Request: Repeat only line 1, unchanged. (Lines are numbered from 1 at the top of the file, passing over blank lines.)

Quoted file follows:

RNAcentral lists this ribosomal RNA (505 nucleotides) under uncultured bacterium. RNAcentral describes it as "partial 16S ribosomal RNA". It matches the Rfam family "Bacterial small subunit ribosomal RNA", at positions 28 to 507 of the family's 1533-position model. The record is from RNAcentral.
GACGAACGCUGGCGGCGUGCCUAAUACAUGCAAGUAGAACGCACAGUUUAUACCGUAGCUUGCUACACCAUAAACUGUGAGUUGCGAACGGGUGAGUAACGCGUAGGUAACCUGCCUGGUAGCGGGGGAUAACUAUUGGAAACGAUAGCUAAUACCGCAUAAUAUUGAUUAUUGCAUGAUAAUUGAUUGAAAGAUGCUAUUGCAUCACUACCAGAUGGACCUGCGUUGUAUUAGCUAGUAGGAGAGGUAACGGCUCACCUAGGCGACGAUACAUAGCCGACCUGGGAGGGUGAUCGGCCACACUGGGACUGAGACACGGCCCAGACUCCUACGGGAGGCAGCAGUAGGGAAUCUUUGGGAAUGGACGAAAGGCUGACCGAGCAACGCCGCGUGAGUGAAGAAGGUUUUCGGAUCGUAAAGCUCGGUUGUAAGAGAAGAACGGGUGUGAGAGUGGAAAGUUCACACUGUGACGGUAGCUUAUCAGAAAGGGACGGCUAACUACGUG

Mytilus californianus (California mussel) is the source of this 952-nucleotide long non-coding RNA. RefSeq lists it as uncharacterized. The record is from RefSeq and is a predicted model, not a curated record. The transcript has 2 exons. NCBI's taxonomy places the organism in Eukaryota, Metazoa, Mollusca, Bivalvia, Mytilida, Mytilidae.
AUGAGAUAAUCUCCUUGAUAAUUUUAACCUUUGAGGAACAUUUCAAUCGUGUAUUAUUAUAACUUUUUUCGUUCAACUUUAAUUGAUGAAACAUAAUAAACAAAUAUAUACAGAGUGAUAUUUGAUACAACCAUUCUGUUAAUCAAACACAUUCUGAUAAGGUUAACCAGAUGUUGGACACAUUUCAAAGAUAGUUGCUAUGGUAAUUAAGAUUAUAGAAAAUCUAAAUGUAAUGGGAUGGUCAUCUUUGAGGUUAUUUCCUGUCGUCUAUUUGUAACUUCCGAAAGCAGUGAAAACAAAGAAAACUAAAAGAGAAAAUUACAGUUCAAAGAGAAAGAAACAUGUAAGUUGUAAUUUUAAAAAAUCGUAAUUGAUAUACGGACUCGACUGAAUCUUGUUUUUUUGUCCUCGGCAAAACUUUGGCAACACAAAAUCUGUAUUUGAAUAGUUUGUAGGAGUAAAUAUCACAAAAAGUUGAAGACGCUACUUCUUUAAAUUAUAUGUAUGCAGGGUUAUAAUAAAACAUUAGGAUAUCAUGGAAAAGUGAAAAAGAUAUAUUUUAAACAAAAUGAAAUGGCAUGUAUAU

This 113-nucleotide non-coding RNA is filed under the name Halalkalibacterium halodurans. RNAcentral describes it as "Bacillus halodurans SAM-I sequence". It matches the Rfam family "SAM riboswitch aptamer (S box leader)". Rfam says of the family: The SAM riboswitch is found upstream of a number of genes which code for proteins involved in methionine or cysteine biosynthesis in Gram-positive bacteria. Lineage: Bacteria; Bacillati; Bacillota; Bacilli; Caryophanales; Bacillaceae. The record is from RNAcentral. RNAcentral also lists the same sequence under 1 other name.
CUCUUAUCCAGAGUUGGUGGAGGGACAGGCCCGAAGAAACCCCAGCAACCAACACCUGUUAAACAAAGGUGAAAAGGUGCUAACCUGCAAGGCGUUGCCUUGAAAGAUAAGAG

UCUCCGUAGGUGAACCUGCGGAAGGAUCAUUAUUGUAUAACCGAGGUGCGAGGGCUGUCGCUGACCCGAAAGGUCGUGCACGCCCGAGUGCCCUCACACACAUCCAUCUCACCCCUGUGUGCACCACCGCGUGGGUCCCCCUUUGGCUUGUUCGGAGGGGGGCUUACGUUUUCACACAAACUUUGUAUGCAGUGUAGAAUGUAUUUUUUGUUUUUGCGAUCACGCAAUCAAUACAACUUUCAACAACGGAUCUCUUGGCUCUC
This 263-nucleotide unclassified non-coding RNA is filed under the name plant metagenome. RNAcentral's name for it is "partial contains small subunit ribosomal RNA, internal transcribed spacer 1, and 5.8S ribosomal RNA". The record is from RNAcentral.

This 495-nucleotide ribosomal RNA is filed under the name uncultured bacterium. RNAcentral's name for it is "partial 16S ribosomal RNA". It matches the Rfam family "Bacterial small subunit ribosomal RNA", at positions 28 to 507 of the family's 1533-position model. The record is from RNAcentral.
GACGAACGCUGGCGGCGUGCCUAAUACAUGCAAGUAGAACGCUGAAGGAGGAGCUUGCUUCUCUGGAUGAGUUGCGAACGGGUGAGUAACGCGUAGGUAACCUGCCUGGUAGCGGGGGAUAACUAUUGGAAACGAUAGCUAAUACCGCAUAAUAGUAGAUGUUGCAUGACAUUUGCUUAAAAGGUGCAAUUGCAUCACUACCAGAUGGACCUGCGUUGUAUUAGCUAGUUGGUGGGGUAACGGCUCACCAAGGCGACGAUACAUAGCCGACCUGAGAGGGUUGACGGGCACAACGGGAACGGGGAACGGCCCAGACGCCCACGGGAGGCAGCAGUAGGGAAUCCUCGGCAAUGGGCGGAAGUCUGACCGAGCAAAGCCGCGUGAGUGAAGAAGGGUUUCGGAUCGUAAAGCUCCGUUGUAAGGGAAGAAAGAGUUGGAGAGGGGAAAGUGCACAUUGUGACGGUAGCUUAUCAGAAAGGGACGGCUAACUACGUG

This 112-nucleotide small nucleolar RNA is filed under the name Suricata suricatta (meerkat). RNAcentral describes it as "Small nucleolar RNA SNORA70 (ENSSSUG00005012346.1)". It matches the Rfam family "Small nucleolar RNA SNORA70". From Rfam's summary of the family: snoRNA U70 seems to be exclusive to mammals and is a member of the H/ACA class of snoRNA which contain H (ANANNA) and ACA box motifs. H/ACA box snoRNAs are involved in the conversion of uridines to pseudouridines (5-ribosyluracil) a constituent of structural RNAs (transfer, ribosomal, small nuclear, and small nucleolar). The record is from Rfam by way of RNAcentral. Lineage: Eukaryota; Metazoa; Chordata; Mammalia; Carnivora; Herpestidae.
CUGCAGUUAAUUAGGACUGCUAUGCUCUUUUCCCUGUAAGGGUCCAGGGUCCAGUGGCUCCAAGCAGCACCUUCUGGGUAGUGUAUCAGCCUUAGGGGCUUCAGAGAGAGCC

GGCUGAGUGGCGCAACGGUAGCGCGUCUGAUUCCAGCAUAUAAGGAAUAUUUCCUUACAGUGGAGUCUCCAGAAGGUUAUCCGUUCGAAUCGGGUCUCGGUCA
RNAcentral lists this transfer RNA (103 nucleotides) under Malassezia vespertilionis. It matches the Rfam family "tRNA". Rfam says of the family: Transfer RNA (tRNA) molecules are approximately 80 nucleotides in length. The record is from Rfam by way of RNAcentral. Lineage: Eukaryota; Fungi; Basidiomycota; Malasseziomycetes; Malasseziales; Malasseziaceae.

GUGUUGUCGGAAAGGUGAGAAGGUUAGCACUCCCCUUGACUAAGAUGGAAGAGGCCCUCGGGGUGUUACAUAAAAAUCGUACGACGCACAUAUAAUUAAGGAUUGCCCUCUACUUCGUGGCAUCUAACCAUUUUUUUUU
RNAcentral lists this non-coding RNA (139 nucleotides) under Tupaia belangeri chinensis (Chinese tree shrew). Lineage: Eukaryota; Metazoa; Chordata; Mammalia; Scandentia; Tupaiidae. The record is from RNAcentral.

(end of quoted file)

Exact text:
RNAcentral lists this ribosomal RNA (505 nucleotides) under uncultured bacterium. RNAcentral describes it as "partial 16S ribosomal RNA". It matches the Rfam family "Bacterial small subunit ribosomal RNA", at positions 28 to 507 of the family's 1533-position model. The record is from RNAcentral.